It's almost an article of faith that the CONCACAF Gold Cup is the red-headed stepchild of continental competitions. The competition is weak, the schedule insane, and the frequency with which the tournament is held makes it something less than "must-see TV." Alas, Tuesday's announcement of the draw for this summer's edition did nothing to dispel those notions, and if both Mexico and the United States don't at least make the semifinals, it will be a mammoth upset.
Of the two favorites, the U.S. has the more difficult path to the final, although that's like saying the walk to the corner grocery is tougher than the one to the local gas station. The Americans have been placed in Group B with Guatemala, Trinidad and Tobago, and El Salvador, and they should have little trouble navigating their way past that contingent. Those countries do have their share of good players, with Guatemalan forward Carlos Ruiz the best known to American fans. But the U.S. is 18-0-1 all-time in group play in the Gold Cup, and has never lost to any of its Group B opponents on home soil.
Mexico's adversaries in Group C -- Honduras, Panama and Cuba -- make for a slightly more difficult trio, given that in 2005, Honduras and Panama made it to the semifinals and final, respectively. But where the Americans' path becomes tougher is in their likely semifinal opponent, Costa Rica. The Ticos have historically given the U.S. all it could handle, both in the Gold Cup and in World Cup qualifying, and you can bet they'll be looking to prove that CONCACAF's power base is a triad rather than a twosome. Of course, that assumes that form holds in Group A, where Costa Rica will have to get past Canada, Haiti and Guadeloupe.
Since that seems a safe assumption, it puts a premium on the U.S. taking care of business in its group. Should the Americans slip up and finish second, they might find themselves facing Costa Rica in the quarterfinals instead of the semis.
But until that round, the U.S. will have to be content with overcoming other obstacles, namely the quick turnaround between matches, and coping with the pressure of being one of the favorites.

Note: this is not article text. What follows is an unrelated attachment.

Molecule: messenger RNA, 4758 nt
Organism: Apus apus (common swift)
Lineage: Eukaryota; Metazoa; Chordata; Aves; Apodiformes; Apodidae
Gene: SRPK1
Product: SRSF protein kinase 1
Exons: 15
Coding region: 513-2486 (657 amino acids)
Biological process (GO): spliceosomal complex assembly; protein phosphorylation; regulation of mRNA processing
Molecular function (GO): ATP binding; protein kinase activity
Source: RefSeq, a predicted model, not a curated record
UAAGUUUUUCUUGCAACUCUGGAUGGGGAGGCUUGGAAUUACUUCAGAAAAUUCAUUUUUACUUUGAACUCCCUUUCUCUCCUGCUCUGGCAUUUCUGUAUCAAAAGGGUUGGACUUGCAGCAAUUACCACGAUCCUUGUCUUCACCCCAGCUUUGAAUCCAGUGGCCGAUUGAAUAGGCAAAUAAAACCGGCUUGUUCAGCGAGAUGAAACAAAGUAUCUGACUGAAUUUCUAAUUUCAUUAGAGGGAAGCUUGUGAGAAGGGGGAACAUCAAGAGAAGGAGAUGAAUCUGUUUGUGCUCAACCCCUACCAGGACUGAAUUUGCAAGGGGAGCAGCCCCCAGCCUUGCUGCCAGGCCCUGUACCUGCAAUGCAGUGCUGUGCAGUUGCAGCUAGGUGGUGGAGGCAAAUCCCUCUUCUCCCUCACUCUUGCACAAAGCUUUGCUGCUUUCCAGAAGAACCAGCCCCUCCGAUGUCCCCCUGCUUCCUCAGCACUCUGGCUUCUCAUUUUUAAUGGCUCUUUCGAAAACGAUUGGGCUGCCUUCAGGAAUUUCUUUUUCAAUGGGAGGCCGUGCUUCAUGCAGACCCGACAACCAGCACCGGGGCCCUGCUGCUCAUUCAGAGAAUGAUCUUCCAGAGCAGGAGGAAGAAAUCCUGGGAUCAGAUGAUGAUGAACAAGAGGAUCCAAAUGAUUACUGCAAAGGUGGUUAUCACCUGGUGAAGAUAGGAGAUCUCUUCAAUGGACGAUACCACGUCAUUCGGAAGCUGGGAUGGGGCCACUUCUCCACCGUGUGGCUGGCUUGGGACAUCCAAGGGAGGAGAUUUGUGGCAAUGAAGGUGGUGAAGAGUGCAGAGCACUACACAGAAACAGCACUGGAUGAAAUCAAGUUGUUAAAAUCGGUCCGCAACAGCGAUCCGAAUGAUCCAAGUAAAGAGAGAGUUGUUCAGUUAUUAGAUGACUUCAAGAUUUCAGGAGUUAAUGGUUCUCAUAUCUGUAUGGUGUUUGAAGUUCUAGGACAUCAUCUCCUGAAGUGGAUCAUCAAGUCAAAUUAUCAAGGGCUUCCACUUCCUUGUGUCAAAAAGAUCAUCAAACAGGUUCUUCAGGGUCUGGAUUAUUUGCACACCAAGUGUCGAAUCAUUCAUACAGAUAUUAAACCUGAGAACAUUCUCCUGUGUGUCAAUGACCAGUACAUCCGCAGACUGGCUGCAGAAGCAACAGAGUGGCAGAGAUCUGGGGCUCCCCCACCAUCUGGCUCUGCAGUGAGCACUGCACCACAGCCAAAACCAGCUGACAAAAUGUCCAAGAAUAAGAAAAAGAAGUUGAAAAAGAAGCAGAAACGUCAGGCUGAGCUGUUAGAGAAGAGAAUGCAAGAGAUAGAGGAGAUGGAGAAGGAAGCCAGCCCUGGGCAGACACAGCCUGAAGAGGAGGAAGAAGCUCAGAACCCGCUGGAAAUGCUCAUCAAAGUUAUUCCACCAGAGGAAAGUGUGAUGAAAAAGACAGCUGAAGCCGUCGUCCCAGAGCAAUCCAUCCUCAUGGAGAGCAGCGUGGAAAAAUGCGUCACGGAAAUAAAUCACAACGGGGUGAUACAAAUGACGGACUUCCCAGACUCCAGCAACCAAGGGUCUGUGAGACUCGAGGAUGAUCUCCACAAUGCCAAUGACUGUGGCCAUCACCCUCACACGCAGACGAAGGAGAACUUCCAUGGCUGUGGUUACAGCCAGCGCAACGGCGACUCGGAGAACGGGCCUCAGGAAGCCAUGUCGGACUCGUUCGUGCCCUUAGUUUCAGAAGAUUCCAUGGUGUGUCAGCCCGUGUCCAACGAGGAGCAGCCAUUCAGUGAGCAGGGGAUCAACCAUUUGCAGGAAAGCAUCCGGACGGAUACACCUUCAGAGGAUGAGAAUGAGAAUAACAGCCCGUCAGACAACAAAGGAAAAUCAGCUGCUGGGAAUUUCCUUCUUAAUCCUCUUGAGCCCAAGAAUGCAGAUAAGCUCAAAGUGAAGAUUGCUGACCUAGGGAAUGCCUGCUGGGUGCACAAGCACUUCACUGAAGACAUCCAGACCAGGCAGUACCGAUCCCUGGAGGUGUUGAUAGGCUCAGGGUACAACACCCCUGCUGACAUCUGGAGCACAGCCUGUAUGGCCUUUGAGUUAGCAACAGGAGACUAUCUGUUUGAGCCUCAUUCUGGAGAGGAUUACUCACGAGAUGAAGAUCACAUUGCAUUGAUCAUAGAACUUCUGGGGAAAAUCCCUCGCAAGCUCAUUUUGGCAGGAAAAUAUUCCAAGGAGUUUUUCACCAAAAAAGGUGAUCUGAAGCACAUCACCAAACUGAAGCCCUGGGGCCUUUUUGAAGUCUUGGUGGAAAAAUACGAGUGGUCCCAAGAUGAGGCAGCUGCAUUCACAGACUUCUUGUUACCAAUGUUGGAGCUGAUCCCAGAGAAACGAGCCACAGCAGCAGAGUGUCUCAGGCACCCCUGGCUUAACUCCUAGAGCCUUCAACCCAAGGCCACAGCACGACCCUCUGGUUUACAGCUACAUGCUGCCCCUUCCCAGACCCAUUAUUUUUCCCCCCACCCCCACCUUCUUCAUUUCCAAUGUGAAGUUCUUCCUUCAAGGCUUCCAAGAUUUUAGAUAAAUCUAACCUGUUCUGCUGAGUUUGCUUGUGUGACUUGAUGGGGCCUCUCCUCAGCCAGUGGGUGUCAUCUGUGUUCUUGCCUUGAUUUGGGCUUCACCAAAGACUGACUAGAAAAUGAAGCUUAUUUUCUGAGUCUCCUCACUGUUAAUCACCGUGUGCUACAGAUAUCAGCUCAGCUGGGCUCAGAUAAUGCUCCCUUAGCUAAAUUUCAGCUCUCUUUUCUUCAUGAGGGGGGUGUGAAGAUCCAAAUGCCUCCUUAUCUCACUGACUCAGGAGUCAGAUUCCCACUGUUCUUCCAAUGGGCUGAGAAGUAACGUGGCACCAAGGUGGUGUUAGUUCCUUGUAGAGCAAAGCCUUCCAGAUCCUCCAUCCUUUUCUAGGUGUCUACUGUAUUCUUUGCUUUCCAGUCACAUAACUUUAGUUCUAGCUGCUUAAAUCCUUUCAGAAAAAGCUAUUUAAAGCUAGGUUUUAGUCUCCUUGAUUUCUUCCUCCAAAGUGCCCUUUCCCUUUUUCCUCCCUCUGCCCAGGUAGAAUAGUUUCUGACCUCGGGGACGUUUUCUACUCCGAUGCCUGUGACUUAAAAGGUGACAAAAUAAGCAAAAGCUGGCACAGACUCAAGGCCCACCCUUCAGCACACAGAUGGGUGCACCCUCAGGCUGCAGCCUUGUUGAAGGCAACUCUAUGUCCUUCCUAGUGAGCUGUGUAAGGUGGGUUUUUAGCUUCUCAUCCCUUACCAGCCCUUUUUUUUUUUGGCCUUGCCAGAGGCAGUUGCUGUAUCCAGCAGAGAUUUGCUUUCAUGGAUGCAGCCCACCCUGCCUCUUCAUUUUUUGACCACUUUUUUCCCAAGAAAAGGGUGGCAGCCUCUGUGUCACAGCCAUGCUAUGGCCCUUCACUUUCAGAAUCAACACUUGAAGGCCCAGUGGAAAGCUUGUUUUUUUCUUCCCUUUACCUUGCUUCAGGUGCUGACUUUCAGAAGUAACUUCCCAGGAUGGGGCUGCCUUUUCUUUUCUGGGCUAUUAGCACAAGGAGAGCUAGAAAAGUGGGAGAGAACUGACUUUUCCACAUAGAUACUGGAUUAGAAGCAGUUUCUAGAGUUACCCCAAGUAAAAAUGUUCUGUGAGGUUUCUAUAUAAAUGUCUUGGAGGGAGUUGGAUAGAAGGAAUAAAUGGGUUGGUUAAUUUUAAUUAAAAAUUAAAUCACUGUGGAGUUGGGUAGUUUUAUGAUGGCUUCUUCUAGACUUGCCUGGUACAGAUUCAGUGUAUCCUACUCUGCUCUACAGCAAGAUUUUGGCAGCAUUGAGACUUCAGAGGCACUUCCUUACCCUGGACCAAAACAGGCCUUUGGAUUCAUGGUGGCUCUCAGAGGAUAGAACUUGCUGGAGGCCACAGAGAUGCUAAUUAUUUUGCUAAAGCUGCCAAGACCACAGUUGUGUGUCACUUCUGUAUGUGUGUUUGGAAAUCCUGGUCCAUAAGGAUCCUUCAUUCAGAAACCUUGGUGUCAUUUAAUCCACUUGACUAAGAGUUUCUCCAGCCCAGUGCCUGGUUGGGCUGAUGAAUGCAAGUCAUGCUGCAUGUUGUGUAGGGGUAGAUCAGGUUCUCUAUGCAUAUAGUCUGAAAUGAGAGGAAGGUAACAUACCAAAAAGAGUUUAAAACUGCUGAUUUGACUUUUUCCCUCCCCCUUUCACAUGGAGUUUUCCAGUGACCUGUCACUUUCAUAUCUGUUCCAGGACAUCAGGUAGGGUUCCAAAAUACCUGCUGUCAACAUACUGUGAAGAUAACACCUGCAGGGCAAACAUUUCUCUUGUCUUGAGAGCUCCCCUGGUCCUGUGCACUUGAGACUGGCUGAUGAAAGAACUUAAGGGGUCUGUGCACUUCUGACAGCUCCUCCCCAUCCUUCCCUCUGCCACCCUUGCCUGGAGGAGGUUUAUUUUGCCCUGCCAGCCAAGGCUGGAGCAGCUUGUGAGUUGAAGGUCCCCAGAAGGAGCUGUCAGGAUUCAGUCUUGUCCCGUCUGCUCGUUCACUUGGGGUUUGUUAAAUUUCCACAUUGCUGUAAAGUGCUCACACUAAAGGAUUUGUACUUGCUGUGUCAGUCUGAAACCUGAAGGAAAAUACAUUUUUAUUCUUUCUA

The Americans will play their three group games in a span of just six days, with a scant 42 hours separating the conclusion of their opener against Guatemala on June 7 and the beginning of their second match against Trinidad and Tobago. While CONCACAF will blame the compressed schedule on such items as television and the restrictions of the FIFA international calendar, it doesn't make it any easier on the players.
"Three games in six days is tough," U.S. defender Jimmy Conrad said during Tuesday's conference call. "Some guys are probably not going to be too happy about it. At the same time, there are going to be opportunities for guys to prove themselves, to earn the trust of [head coach Bob Bradley] and the coaching staff."
While giving every member of the roster an opportunity to play is a plus, the downside is that it will make cohesion on the field more difficult, especially in attack. But given that fitness and depth are areas where the U.S. usually has an edge, this lack of sharpness shouldn't become an issue until the knockout rounds. For that reason, the Americans' role as one of the favorites could be the bigger obstacle to overcome, although it's one that Conrad welcomes.
"I think it's nice to be a favorite every once in a while, and to deal with that pressure," Conrad said. "People expect us to win this tournament, and that's a nice role change for us. And it's another challenge that if U.S. soccer wants to get over that hump of proving that we're one of the best year in and year out, then this is the kind of event that we need to do that in."
It's a label that the U.S. hasn't looked comfortable wearing over the years, especially when teams have bunkered in against them. The Americans' Gold Cup triumph in 2005 was as notable for their struggles against the likes of Cuba and Panama as it was for the victory itself. That's why as important as results are, how the U.S. plays will take on a bit more significance. The sight of the Americans' attack struggling at the World Cup is one that is still fresh in everyone's mind, and while the competition in the Gold Cup pales in comparison, the U.S.'s ability to break down CONCACAF teams is one step toward developing a more varied attack.
If the U.S. can achieve that goal, then a spot in the latter rounds of the tournament awaits. And if the Americans find archrival Mexico on the other side of the field, then the articles of faith will remain intact.
Jeff Carlisle covers MLS and the U.S. national team for ESPNsoccernet. He can be reached at firstname.lastname@example.org.